I can’t think of a more emotionally charged moral issue than abortion. This has been true for most of my life, and I’m 67! Jesus Christ (my own favorite source when it comes to morality) and the Founding Fathers did not specifically address it. But they reminded us of the great value and even sanctity of human lives, and that means the lives of the hungry and the homeless, the lives of the neglected and abused, the lives of our servicemen and women, the lives of desperate refugees (“children at the border have heartbeats, too”), the lives of the elderly, the lives of prisoners, the lives of Native Americans, Blacks, Asians, the Hispanic, Europeans, Hindis and Muslims, whether living in this country or on other continents, the lives of any who are willing to care and sacrifice for the “family of man,” regardless of how they name and define God … or whether they even do that.

“Thou shalt not kill.”

“…and among these (inalienable rights) are life, liberty, and the pursuit of happiness.”

The only views on the topic of abortion that I have no time for are those that purport that it’s a simple question, a simple decision. It is not. It has been left to us to discern what Jesus or the Founding Fathers would do in 2020.

If you have not yet voted, perhaps you are still struggling to keep an open mind. If so, please watch, listen (to multiple news sources) and ask yourself where you hear truly life-affirming and life-respecting language from candidates.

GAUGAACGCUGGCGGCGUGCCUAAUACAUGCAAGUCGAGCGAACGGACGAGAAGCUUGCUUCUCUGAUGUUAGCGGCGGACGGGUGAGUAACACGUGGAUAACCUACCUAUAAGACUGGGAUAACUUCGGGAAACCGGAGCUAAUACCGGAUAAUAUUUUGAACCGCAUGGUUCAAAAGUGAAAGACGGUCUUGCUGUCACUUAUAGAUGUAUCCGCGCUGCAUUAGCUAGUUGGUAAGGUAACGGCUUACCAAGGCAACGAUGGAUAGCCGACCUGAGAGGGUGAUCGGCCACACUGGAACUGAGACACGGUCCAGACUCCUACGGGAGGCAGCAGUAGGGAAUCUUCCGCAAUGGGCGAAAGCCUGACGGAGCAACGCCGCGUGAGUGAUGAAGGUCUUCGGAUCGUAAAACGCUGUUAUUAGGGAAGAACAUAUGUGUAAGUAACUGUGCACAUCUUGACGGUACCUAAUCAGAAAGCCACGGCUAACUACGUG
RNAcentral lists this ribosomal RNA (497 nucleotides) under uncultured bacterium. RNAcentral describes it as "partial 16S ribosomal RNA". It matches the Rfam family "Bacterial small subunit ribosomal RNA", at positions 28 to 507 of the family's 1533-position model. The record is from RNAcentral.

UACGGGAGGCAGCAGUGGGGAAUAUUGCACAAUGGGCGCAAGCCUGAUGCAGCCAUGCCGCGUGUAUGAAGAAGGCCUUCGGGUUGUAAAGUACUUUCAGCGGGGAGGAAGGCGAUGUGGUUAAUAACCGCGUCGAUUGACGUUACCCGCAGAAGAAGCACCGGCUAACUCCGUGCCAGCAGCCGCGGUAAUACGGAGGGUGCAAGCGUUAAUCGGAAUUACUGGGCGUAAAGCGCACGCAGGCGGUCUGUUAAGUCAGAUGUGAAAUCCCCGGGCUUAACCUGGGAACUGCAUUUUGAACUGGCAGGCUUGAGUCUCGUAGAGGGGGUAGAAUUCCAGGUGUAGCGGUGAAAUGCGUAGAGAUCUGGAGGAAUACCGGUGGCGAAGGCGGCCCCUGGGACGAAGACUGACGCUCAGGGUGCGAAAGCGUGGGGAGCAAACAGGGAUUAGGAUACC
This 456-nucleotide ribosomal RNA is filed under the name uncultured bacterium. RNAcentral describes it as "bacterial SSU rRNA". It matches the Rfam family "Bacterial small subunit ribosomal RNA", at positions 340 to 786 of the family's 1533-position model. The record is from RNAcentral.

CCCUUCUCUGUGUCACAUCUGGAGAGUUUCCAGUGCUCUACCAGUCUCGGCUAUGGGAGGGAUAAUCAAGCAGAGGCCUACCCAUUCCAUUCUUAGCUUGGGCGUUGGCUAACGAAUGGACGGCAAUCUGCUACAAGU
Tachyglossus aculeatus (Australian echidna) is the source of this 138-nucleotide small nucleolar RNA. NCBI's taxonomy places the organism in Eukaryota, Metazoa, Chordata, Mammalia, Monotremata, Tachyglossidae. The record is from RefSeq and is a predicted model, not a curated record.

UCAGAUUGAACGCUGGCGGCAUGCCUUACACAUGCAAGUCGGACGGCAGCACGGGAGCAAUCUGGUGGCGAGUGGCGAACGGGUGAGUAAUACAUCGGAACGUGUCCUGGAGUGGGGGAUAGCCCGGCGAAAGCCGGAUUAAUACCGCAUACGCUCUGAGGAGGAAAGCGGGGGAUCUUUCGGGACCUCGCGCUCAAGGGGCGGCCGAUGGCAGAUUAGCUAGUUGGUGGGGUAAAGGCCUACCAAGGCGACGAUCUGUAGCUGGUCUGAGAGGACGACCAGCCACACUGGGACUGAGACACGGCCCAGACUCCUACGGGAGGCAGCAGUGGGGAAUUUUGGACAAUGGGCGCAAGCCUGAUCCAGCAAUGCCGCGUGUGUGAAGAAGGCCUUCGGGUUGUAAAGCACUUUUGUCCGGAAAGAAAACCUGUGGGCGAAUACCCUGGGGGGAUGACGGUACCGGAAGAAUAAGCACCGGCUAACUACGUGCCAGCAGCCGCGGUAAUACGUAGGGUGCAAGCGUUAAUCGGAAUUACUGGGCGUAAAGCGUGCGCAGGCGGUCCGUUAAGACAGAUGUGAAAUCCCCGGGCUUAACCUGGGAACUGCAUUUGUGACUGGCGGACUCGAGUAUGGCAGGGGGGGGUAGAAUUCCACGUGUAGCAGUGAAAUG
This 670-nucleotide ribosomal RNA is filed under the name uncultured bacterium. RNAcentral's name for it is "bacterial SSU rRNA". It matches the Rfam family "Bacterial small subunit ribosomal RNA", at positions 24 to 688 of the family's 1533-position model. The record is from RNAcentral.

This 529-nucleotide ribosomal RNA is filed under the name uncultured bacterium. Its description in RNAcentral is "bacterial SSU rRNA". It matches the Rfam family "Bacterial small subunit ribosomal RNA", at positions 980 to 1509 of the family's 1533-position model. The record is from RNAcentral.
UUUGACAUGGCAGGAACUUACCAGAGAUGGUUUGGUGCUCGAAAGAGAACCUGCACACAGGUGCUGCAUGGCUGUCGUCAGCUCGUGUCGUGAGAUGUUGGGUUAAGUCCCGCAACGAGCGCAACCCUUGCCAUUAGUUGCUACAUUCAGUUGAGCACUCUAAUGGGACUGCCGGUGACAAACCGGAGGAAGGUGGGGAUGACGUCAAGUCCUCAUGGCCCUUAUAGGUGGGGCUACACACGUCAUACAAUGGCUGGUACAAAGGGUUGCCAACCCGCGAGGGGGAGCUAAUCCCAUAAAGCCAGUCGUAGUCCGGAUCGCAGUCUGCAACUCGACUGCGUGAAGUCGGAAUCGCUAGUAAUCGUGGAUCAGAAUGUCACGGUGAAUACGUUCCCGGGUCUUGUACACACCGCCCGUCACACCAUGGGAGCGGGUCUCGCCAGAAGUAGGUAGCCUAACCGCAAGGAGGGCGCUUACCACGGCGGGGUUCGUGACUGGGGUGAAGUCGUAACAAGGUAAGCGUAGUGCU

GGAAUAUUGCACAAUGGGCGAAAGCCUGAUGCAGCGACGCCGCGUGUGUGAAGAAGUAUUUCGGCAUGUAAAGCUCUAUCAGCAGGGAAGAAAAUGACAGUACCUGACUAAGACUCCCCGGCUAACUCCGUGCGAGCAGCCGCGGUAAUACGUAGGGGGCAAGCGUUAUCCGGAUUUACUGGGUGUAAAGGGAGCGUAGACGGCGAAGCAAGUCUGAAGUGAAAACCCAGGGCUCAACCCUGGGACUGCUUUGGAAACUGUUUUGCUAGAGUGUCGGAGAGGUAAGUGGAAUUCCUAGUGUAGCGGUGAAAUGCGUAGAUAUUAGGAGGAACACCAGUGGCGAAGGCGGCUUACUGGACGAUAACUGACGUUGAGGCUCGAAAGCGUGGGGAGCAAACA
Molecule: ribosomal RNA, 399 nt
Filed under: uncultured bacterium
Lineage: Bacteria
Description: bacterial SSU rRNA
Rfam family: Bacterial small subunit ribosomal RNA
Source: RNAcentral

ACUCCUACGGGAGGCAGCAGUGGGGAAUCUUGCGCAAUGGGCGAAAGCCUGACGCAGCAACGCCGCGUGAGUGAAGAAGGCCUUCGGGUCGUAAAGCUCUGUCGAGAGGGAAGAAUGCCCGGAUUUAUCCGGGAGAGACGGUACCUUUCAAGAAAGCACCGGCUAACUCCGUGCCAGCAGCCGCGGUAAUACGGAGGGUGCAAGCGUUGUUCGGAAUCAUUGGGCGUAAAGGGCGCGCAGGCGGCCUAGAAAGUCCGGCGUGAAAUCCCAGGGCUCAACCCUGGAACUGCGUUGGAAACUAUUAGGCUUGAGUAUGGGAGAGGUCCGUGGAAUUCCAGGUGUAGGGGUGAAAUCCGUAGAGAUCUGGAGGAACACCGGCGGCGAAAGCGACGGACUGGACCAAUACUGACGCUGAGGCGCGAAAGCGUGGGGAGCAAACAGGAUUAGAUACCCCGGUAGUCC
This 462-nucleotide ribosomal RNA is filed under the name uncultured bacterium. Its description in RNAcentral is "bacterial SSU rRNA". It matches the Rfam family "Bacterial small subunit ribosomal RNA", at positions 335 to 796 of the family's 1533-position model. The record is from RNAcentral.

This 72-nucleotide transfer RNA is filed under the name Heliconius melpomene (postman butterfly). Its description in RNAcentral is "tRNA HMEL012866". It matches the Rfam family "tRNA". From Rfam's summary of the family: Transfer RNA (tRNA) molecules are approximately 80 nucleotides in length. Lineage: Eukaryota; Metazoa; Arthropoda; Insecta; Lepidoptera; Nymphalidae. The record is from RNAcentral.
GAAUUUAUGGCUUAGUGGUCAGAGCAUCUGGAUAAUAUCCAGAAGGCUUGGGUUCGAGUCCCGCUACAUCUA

Vicki Cobian

River Falls

The job is to prosecute

In July I reported a breaking and entry to the St. Croix County Sheriff's Office. Along with a written report I had surveillance footage of the individual pushing in the deck door of my house , entering the house and exiting with a rubber tote filled with items taken from the house. The individual admitted being at the location at the time of the incident. The sheriff passed the information on to the district attorney.

Three weeks later I received a letter from the district attorney stating he did not feel there was enough evidence to pursue this matter.

What!? Undisputed surveillance footage, photographs of the pushed in door, perp admitting he was at the scene and in the possession of my items, yet the D.A. does not feel there is enough evidence. Wow! Makes a person feel like a second-hand citizen. I have no doubt if it was his door that was kicked in and his belongings taken there would be a prosecution. A little scary when an elected official sworn to protect the good people of St. Croix County can ignore such an obvious crime.